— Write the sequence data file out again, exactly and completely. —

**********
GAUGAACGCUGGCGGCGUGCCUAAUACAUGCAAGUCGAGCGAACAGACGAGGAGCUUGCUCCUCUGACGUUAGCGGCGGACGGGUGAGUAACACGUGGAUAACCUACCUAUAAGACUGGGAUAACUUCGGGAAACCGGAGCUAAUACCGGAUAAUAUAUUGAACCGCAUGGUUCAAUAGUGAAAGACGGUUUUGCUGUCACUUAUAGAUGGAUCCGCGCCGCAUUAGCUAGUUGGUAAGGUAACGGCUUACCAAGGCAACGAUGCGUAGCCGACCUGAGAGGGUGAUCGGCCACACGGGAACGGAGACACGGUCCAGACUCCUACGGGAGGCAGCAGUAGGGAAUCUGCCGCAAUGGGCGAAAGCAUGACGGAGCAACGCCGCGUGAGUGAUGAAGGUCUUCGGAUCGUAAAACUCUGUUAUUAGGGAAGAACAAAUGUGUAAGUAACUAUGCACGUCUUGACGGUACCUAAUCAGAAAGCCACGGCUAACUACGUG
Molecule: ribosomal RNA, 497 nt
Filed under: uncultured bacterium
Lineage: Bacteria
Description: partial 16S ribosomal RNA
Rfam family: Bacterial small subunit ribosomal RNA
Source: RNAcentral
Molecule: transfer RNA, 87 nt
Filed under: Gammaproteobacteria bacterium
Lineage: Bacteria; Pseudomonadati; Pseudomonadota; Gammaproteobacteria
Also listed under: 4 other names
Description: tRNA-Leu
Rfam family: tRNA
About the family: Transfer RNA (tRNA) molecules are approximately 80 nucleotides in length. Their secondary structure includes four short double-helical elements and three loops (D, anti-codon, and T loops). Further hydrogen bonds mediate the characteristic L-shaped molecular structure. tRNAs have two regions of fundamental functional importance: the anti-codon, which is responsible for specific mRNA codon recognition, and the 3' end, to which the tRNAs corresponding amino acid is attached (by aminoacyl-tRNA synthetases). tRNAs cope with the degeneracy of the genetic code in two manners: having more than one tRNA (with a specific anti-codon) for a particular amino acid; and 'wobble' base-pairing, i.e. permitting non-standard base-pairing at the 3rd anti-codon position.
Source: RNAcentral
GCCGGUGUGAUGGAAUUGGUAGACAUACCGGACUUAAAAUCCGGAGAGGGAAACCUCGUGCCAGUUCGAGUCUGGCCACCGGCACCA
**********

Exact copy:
GAUGAACGCUGGCGGCGUGCCUAAUACAUGCAAGUCGAGCGAACAGACGAGGAGCUUGCUCCUCUGACGUUAGCGGCGGACGGGUGAGUAACACGUGGAUAACCUACCUAUAAGACUGGGAUAACUUCGGGAAACCGGAGCUAAUACCGGAUAAUAUAUUGAACCGCAUGGUUCAAUAGUGAAAGACGGUUUUGCUGUCACUUAUAGAUGGAUCCGCGCCGCAUUAGCUAGUUGGUAAGGUAACGGCUUACCAAGGCAACGAUGCGUAGCCGACCUGAGAGGGUGAUCGGCCACACGGGAACGGAGACACGGUCCAGACUCCUACGGGAGGCAGCAGUAGGGAAUCUGCCGCAAUGGGCGAAAGCAUGACGGAGCAACGCCGCGUGAGUGAUGAAGGUCUUCGGAUCGUAAAACUCUGUUAUUAGGGAAGAACAAAUGUGUAAGUAACUAUGCACGUCUUGACGGUACCUAAUCAGAAAGCCACGGCUAACUACGUG
Molecule: ribosomal RNA, 497 nt
Filed under: uncultured bacterium
Lineage: Bacteria
Description: partial 16S ribosomal RNA
Rfam family: Bacterial small subunit ribosomal RNA
Source: RNAcentral
Molecule: transfer RNA, 87 nt
Filed under: Gammaproteobacteria bacterium
Lineage: Bacteria; Pseudomonadati; Pseudomonadota; Gammaproteobacteria
Also listed under: 4 other names
Description: tRNA-Leu
Rfam family: tRNA
About the family: Transfer RNA (tRNA) molecules are approximately 80 nucleotides in length. Their secondary structure includes four short double-helical elements and three loops (D, anti-codon, and T loops). Further hydrogen bonds mediate the characteristic L-shaped molecular structure. tRNAs have two regions of fundamental functional importance: the anti-codon, which is responsible for specific mRNA codon recognition, and the 3' end, to which the tRNAs corresponding amino acid is attached (by aminoacyl-tRNA synthetases). tRNAs cope with the degeneracy of the genetic code in two manners: having more than one tRNA (with a specific anti-codon) for a particular amino acid; and 'wobble' base-pairing, i.e. permitting non-standard base-pairing at the 3rd anti-codon position.
Source: RNAcentral
GCCGGUGUGAUGGAAUUGGUAGACAUACCGGACUUAAAAUCCGGAGAGGGAAACCUCGUGCCAGUUCGAGUCUGGCCACCGGCACCA